Sunday, February 04, 2007

Resignation Letter, P. 2

Here is Part 2 of the passages I'm posting from the letter Alan Watts wrote in August of 1950 to formally announce his resignation from the Episcopal ministry and Church:

Insofar as the Church is committed to a desire for and a clinging to authority, permanence, spiritual safety, and absolute guides of conduct, it is clinging to its own death. By such means, belief in God, the hope for immortality, and the quest for salvation, become only escapes from the inner emptiness and insecurity which most of us feel in the depths of our being when confronted with the loneliness, the transiency, and the uncertainty of human life. But that inner emptiness is not a void to be filled with comforts; it is a window to be looked through. It is not an evil that life--our own life--flows, changes, and passes away. It is a revelation to prevent us from clinging to ourselves, for whoever lets go of himself finds God. The state of eternal life and oneness with God comes to pass--like a miracle--only when we release our grasp on every form of spiritual security. To cling to security is only to cling to oneself, and perish of strangulation.

It would be a silly kind of pride to pretend that we can surrender this passion for safety just by trying. It is not effort that breaks the vicious cycle of self-strangulation; it is an awareness and understanding of its complete futility. To be aware of this futility is to look through the emptiness within--that window into heaven which affords us the vision of God.

Much of this has a familiar ring to the Christian. "Whosoever would save his soul shall lose it." But I have found that you cannot make this point clear within the Church as it exists without running into contradictions at every step. The liturgy is cluttered beyond hope with sentiments, prayers, and hymns conceived in the state of anxious grasping to forms. And that is by no means all.

During the past years, I have continued my studies of the spiritual teachings of the Orient, alongside with Catholic theology, and, though I have sometimes doubted it, I am now fully persuaded that the Church's claim to be the best of all ways to God is not only a mistake, but also a symptom of anxiety. Obviously, one who has found a great truth is eager to share it with others. But to insist--often in ignorance of other revelations--that one's own is supreme argues a certain inferiority complex characteristic of all imperialisms. "Methinks thou dost protest too much." This claim to supremacy is, for me, the chiefest sign of how deeply the Church is committed to this self-strangulation, this anxiety for certainty, and I cannot support the proselytism in which it issues...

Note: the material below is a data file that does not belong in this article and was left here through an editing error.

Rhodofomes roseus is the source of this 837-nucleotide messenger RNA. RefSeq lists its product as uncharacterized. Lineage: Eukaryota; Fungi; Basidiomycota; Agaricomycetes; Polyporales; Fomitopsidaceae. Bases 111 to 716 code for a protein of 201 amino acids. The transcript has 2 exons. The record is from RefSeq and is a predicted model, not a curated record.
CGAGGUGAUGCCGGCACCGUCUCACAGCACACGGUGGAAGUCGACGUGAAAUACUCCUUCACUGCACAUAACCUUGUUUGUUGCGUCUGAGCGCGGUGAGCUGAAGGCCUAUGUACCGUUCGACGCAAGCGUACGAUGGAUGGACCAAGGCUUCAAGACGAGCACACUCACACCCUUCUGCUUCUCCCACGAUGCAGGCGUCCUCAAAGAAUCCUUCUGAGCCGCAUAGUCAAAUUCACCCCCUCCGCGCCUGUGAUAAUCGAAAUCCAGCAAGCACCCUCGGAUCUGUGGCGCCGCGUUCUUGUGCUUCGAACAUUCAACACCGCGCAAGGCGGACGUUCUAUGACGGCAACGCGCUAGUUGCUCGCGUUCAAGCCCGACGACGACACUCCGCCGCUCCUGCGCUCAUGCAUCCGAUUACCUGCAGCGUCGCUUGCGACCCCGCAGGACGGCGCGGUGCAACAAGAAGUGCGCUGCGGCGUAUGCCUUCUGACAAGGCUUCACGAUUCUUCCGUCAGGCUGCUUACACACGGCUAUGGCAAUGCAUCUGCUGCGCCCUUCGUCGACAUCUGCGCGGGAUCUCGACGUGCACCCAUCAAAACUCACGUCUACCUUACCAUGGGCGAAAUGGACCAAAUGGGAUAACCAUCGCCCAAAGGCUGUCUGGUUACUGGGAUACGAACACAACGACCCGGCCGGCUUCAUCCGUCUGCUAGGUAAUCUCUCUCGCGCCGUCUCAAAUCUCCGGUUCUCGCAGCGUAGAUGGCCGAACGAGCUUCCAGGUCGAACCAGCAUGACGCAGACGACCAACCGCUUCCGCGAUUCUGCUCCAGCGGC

cousin dupree said...

Er, this letter is a bit self-serving, is it not, since Watts was about to be ex-communicated for leaving his wife for one of his graduate students who babysat for Mr. and Mrs. Watts?

And more generally, didn't Watts just want to be free to drink vodka, take drugs, attract women with his silver-tongued faux spiritual authority, and get spanked by his female students?

Oh well, nothing like choosing a "spiritual path" compatible with your unregenerate ego. That's what the new age is all about, isn't it?

Nagarjuna said...

CD, Watts explained in another part of his letter that another reason why he was resigning was because he couldn't (or wouldn't) act as the moral exemplar that a man in his position was expected to. Maybe this was, as you cynically suggest, the REAL reason for his resignation with the part I quoted serving only as a tidy rationalization. But rationalizations can speak vital truths even when they're rationalizations, and I think the passage I quoted spoke important truths, whether they were mere rationalizations or they expressed genuine reasons for his resignation.

copithorne said...

I think Watt's quote is lovely and provocative.

But from where I sit it seems like Christian claims to exclusivity are incidental ornamentation and not a load bearing pillar of faith.

I only call to mind the quote from the Gospel of John, "I am the way the truth and the light. No one comes to the Father except through me." In my recollection I don't think there is much in the synoptic gospels or in Paul that asserts exclusivity of Christianity.

It can all be resolved by the formulation I described earlier as being suggested to me by a Benedictine Abbot: the Bible is written by people of faith for people of faith about faith. It can't be understood outside that context and it accordingly cannot be interpreted to say anything about people without Christian faith.

Dupree, are you a member of a church?

cousin dupree said...

Yes, of course.

Nagarjuna said...

"Yes, of course," WHAT, Cousin? :-)

cousin dupree said...

An ancient and unbroken oral tradition of Christian hermeticism.